Pros: You have the gold in your possession, avoiding any risk of third-party misconduct that other methods of investing in gold entail. Some investors enjoy the coin-collecting aspect of gold bullion coins.
Cons: You'll pay a markup to the current spot price to buy physical gold and might have to accept a discount when you sell it back. Also, you have to find and pay for a safe place to store your gold.
What's involved: Some coin dealers offer pool accounts, which allow you to buy gold but arrange to have it stored with the dealer rather than taking delivery. At any time, you then have the option either to sell the gold back or arrange to have the dealer send you a physical coin or bar corresponding to your pool-account position.
Pros: You have all the benefits of owning gold, but the dealer remains responsible for its care. You avoid dealing with shipping and insurance costs and have the assurance that it's held in a secure facility. The premiums for buying and discounts for selling also tend to be smaller than with physical gold.
Cons: To take possession of the gold, you'll have to pay shipping costs and other fees. You also have to trust that the dealer running the pool account will take all necessary steps to protect it from theft or other dangers.
What's involved: Gold futures contracts allow you to buy the right to take delivery of gold at a specified future date. Futures contracts tend to track the changing spot price of gold, paying you profits when prices rise and losing money when they fall. Most futures investors sell back the contract before it expires, never taking delivery of the physical gold underlying the contract.
Pros: You get the potential financial benefits of owning gold without worrying about storing it. You also don't have to come up with the full value of the underlying gold, as futures contracts require only a small margin balance covering a fraction of the gold's total value.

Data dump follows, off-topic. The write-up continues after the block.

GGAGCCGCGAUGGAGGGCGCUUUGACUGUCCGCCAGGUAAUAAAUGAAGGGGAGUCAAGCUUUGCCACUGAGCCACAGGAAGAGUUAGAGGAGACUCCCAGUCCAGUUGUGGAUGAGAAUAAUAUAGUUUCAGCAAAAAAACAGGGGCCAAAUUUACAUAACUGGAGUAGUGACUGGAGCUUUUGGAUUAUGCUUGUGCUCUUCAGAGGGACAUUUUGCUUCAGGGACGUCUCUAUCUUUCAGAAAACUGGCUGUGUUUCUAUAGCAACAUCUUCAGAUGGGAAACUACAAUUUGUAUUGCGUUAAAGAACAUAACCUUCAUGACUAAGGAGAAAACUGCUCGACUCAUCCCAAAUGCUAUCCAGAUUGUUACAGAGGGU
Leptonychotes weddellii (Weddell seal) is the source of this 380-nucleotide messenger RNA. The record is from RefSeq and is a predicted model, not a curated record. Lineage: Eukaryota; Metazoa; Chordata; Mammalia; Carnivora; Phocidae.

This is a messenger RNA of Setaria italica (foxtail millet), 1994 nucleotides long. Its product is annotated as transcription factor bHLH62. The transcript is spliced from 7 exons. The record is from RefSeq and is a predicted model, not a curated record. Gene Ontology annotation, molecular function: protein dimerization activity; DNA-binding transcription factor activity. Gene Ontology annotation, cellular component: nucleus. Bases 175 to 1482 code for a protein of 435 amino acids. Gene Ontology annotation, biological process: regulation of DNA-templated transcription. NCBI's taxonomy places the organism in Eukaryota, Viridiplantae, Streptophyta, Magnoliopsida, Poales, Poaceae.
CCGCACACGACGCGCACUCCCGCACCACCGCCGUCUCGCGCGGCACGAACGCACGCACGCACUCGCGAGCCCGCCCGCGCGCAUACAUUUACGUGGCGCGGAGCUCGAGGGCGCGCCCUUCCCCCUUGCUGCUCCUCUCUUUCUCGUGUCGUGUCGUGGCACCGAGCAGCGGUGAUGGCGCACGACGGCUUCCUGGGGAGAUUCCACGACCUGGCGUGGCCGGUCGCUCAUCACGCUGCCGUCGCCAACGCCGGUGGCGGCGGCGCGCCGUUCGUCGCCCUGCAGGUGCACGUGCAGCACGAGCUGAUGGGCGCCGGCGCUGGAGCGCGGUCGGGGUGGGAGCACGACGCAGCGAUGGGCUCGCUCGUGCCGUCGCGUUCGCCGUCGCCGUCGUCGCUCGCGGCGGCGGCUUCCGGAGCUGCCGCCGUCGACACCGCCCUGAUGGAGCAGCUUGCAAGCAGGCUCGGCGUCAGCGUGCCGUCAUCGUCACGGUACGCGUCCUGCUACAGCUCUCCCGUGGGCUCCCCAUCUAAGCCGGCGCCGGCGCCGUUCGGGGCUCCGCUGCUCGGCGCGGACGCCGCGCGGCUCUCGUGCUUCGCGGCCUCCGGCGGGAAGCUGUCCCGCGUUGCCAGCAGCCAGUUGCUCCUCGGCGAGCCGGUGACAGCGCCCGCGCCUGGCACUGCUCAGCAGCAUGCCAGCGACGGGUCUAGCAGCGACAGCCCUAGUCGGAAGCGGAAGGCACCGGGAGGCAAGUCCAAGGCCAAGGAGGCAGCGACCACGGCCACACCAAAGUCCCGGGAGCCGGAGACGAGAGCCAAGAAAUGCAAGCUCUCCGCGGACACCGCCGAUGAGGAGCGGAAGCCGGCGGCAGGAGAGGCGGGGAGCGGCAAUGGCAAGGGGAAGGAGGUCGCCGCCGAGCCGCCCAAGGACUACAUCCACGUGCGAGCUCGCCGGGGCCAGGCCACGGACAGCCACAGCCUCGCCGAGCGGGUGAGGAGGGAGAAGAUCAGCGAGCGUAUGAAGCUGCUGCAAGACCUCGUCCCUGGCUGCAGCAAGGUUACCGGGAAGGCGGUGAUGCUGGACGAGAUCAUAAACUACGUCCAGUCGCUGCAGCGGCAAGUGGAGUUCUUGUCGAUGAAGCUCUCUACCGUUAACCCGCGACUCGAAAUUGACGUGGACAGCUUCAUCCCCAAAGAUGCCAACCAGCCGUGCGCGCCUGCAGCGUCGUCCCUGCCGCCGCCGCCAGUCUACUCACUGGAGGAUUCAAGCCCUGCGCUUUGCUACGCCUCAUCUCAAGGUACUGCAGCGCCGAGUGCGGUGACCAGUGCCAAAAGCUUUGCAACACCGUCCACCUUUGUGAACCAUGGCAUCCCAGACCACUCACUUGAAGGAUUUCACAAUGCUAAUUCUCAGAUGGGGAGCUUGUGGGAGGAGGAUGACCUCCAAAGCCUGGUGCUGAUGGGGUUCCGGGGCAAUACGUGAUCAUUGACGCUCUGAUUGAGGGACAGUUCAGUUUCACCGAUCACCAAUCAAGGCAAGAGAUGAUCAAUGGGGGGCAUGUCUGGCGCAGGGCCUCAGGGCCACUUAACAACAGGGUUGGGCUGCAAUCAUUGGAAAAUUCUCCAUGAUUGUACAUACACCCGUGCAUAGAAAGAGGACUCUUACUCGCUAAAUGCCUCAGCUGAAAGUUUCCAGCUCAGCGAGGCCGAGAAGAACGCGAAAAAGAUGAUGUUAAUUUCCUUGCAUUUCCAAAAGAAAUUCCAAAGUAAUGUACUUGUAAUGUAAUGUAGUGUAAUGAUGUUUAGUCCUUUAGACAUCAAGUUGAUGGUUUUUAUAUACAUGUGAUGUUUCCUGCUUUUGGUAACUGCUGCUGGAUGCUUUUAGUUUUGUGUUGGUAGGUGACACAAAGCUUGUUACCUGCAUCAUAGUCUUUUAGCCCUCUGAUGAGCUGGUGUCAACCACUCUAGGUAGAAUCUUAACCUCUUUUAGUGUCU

Cons: Futures contracts are only available through specialized brokerage accounts, and there are commissions involved. Most futures contracts may provide too much exposure, as a standard contract corresponds to 100 ounces, worth about $140,000 at current prices. You may have that much in your portfolio to invest, but putting it all into gold futures could give you too much exposure to one commodity.
What's involved: Exchange-traded funds like SPDR Gold (GLD) own vast holdings of gold bullion. Each share of SPDR Gold has a value of just under a tenth of an ounce of gold, and those shares rise and fall with the price of gold bullion.
Pros: Gold ETFs take responsibility for storage and protection of the gold in their possession, saving you the hassle and cost of owning physical gold.
Cons: Although many gold ETFs own physical gold, some gold ETFs use derivatives rather than bullion to track changing gold prices. For those ETFs, you run the risk that the derivatives involved won't move in lockstep with gold prices, potentially causing you to miss out on a gold-price increase.
What's involved: Hundreds of public companies mine gold. When gold prices rise, they earn more for the gold they produce, tying their value to that of the yellow metal itself.
Pros: Unlike other investments, mining stocks can actually produce income. Some miners even pay dividends to shareholders.
Cons: Mining stocks don't always track the price of gold, as other factors such as labor disputes and production costs can cause miners to suffer financial difficulties even when gold prices are high. Lately, gold-mining stocks have had far worse returns than bullion due to rising costs and falling profit margins.
Each of these five ways to add gold to your portfolio has pros and cons. But if you see the value of having gold among your investments, they're all worth considering to give you the gold exposure you want.